The National's Agony Uncle is here to sort out YOUR problems

ON a scale of one to Elmer Fudd, how stupid is Sean Spicer? – Hannah, Glasgow

I doubt that even Elmer Fudd, the slow-witted long-time adversary of Bugs Bunny, would reduce himself to supporting the Trump administration. While the Trump ministry is certainly built on foundations of mediocrity and bullplop, Sean Spicer is very much the mouthpiece. On a ship of fools, he’s vying for lead jackass on the poop deck. This is quite impressive given that you could literally replace him with a urine-soaked sponge and expect more honesty and sense from it.

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Spicer’s comment to journalists that even Hitler “didn’t sink to using chemical weapons” exhibits inexplicable levels of ignorance and thoughtlessness – especially as his remarks coincide with the festival of Passover. Hearing the exclamations of shock from reporters, Spicer sought to clarify that he was making a distinction between Hitler’s use of chemical weapons in Germany and Assad’s use of chemical weapons in Syria. In other words, Spicer gave an alternative history of chemical weapons to journalists, who, unsurprisingly, were not to be misled.

Just as baffling was Spicer’s use of the phrase “holocaust centres”, by which he appeared to mean “concentration camps”. As if to reassure journalists that his knowledge of world history was exactly as poor as they had reason to believe, Spicer made reference to concentration camps – in which millions of Jews were murdered – as if they merited comparison to universities or retail parks. For a press secretary to the President of one of the most powerful nations in the world, Spicer seems to be quite an anomaly.

With an apparent disregard for facts, he appears quite happy to speak his mind without fear of being branded a dope, doing so with all the eloquence of a drunken billy goat. In this sense, he’s a perfect fit for perhaps the most anti-intellectual American government of all time.

Writers of ribald political satire must be tearing their hair out right now. Whether meaning to or now, Sean Spicer is beating them at their own game. Unfortunately for us, though, ridding the world of this real-life consortium of dunces will not be as simple as cancelling a TV show.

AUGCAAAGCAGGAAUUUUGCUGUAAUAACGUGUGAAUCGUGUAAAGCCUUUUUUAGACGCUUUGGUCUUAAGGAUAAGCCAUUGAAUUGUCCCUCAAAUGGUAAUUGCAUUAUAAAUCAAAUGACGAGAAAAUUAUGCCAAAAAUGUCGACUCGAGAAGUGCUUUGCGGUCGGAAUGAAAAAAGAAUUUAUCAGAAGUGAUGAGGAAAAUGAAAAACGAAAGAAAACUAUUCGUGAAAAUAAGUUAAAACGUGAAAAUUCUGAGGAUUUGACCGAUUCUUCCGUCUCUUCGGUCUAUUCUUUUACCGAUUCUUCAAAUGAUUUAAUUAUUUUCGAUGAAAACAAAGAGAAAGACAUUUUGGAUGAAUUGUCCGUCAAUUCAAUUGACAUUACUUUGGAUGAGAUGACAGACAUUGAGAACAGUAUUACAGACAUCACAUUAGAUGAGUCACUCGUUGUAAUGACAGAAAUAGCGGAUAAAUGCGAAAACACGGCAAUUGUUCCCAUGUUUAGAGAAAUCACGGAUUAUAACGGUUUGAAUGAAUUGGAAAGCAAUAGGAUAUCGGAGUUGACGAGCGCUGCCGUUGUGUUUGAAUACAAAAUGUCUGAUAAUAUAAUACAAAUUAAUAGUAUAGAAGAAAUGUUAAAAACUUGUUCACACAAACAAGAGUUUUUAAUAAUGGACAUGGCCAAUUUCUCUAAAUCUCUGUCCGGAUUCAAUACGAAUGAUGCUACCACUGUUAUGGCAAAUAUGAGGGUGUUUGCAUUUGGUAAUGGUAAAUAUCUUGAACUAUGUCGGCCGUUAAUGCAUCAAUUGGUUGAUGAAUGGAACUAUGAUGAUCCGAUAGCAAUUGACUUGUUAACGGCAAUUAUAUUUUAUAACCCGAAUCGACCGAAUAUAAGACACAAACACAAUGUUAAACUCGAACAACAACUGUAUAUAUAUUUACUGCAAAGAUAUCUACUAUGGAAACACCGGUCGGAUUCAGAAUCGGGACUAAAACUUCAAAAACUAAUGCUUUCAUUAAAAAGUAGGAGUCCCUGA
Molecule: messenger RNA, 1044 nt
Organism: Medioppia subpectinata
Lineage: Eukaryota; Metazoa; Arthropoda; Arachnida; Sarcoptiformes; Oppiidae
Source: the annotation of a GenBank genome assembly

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Robots are the future – work will no longer define us 

What is your take on the increasing automation of society? – Charles, Bearsden

Right-wingers preaching the “danger of immigration to our jobs” has made me chuckle for a while. Anybody who has been paying attention knows that the real threat to employment does not come from foreigners, but from machines. By the time the alt-right bigots have built their walls to “protect their professions”, the entire concept will be redundant. Robots will already have taken their jobs. In fact, technology already exists that could produce said walls with barely any human involvement at all.

Soon, most customer service jobs will be done by AI machines, call centres will be entirely computerised, and fast-food restaurants might be comprised of only a few staff and interactive digital menus. Accountancy is likely only a few software updates away from being an inessential occupation. The impending 3D printing revolution could see a string of high street shops closed in favour of online “buy and print” methods. Self-driving vehicles could make taxi drivers and truckers redundant in their thousands; whether we like it or not, 21st-century tech is going to force us to reassess employment.

Now, don’t consider this a statement against automation entirely. I’m smart enough to know that there is little we can do to stop the march of technological progression.

After all, I am presently typing this article using MS Office, an application that has likely halved the number of administrative jobs across the planet in the last 30 years. Moreover, I wouldn’t be surprised if a few of you bought a copy of The National today using a self-service checkout. It’s nothing to be ashamed of – it’s the future. The only thing we must ask ourselves is how we can adapt to accommodate this new world of technology?

Universal basic income is something that I firmly believe could be an effective short-term countermeasure against this increasing automation of society. As it stands, Tories wish to shame the unemployed, but the simple truth is that work as we know it isn’t going to exist in a few decades.

Logically, the end game of this automation will result in a massive shift in the global economy, likely towards digital currency or perhaps the abandonment of money altogether. Until then, UBI could certainly cushion the blow to millennials who inhabit a world where their skillsets are constantly being acquired by machines.

Unemployed doesn’t equal lazy; in many cases it simply equals reality. It’s about time politicians acknowledged the world we now live in, and started to put together a plan that will maintain a high quality of life for citizens in an era where occupation is no longer the definition of a human being.